Barbacco Opens in San Francisco

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Barbacco, just opened in San Francisco's Financial District, is the "sexy little sister" of Perbacco, the acclaimed 2006 Italian restaurant on California Street.

View into Barbacco from California Street

Blurred images of Vespa scooters, wine barrels, sexy Italian screen stars, and motorcycles create a sense of sport and speed.

Owners Umberto Gibin and chef Staffan Terje saw the need for a more casual option to serve the neighborhood, and when a space next door became available, they engaged CCS Architecture to develop a trattoria that would convert to an enoteca or wine bar at night. The result is Barbacco Eno Trattoria.

Barbacco, with 66 seats, occupies a long, narrow room within the 1912 Hind Building. Inspired by traditional wine bars in Milan and Rome, the space is sleek, urbane and welcoming. A dramatic shaped ceiling, evoking the lines of a sports car, links the higher ceiling at the front of the restaurant with the lower ceiling toward the rear. Forms, detailing, colors and art celebrate Italian culture, cinema, and design. Blurred images of Vespa scooters, wine barrels, sexy Italian screen stars, and motorcycles create a sense of sport and speed.

The wine bar and eating counter extend the length of the space and sumptuously curve. An extended row of counter-height tables provides flexibility, accommodating the change from daytime to evening. Community tables cultivate a bustling atmosphere toward the front of the space. "Ferrari Yellow" elements--a beverage case on one wall, with framed mirror and blurred images opposite--horizontally line the room. A frameless glass storefront provides views of the warm interior and opens the restaurant to the urban landscape beyond. San Francisco’s famous cable cars rattle by adding an extra sense of romance.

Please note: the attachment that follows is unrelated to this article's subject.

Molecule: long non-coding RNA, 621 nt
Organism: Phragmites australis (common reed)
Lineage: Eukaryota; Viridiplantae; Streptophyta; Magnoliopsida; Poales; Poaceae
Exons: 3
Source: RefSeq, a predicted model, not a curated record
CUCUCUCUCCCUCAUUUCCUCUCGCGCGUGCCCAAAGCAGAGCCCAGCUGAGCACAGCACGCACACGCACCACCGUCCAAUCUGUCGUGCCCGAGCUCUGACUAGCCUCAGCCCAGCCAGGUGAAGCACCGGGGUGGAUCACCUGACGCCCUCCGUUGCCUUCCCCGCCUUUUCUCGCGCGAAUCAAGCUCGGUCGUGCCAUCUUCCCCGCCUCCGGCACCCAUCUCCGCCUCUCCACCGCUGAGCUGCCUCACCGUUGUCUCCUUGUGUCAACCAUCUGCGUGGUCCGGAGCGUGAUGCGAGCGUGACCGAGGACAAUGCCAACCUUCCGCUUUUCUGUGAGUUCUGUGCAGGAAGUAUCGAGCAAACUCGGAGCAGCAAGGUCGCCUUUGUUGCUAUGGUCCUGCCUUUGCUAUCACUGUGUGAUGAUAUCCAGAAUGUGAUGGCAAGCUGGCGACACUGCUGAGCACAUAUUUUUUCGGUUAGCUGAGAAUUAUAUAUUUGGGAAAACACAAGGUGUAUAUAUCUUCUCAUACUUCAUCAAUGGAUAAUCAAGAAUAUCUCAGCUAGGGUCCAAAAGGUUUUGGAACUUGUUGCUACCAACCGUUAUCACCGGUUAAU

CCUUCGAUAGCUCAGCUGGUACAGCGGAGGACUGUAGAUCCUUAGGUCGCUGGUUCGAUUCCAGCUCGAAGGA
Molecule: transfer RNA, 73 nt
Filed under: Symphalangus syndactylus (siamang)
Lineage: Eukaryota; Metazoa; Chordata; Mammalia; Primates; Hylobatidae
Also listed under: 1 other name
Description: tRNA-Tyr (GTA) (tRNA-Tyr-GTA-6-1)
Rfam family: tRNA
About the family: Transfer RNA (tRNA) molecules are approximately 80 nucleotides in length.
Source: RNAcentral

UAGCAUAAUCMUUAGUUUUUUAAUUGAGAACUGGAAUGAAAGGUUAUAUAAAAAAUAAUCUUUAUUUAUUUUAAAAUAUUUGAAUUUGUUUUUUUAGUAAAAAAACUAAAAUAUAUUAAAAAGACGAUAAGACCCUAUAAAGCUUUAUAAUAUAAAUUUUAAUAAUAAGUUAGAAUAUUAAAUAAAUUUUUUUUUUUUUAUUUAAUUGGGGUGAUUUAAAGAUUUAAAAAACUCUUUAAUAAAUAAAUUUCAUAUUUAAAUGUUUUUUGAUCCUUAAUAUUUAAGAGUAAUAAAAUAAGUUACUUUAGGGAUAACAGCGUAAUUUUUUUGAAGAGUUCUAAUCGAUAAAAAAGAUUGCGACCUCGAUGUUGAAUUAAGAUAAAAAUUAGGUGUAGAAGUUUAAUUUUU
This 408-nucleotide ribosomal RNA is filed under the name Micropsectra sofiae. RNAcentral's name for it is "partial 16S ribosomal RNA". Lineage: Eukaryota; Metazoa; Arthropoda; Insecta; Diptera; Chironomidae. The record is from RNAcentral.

Vibrant yellow combines with more subdued colors to complement the wall of exposed brick. Negro Marquina stone and stainless steel create an urbane, almost industrial feel that is moderated by the warm, textural, dark wood bar face. Walnut and chrome details on the tables and chairs recall the dashboard of a luxury car. Bias-patterned gray and yellow floor tiles reinforce the feeling of movement.

Barbacco is filled with the flavors of Northern Italy, emanating from the food, but also from the restaurant’s colors, materials and urban attitude. Incorporating some of Perbacco's DNA, CCS Architecture has created a chic and approachable new gathering spot that is already a destination in its own right.

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Melissa Werenr
415-864-2800 ext. 301
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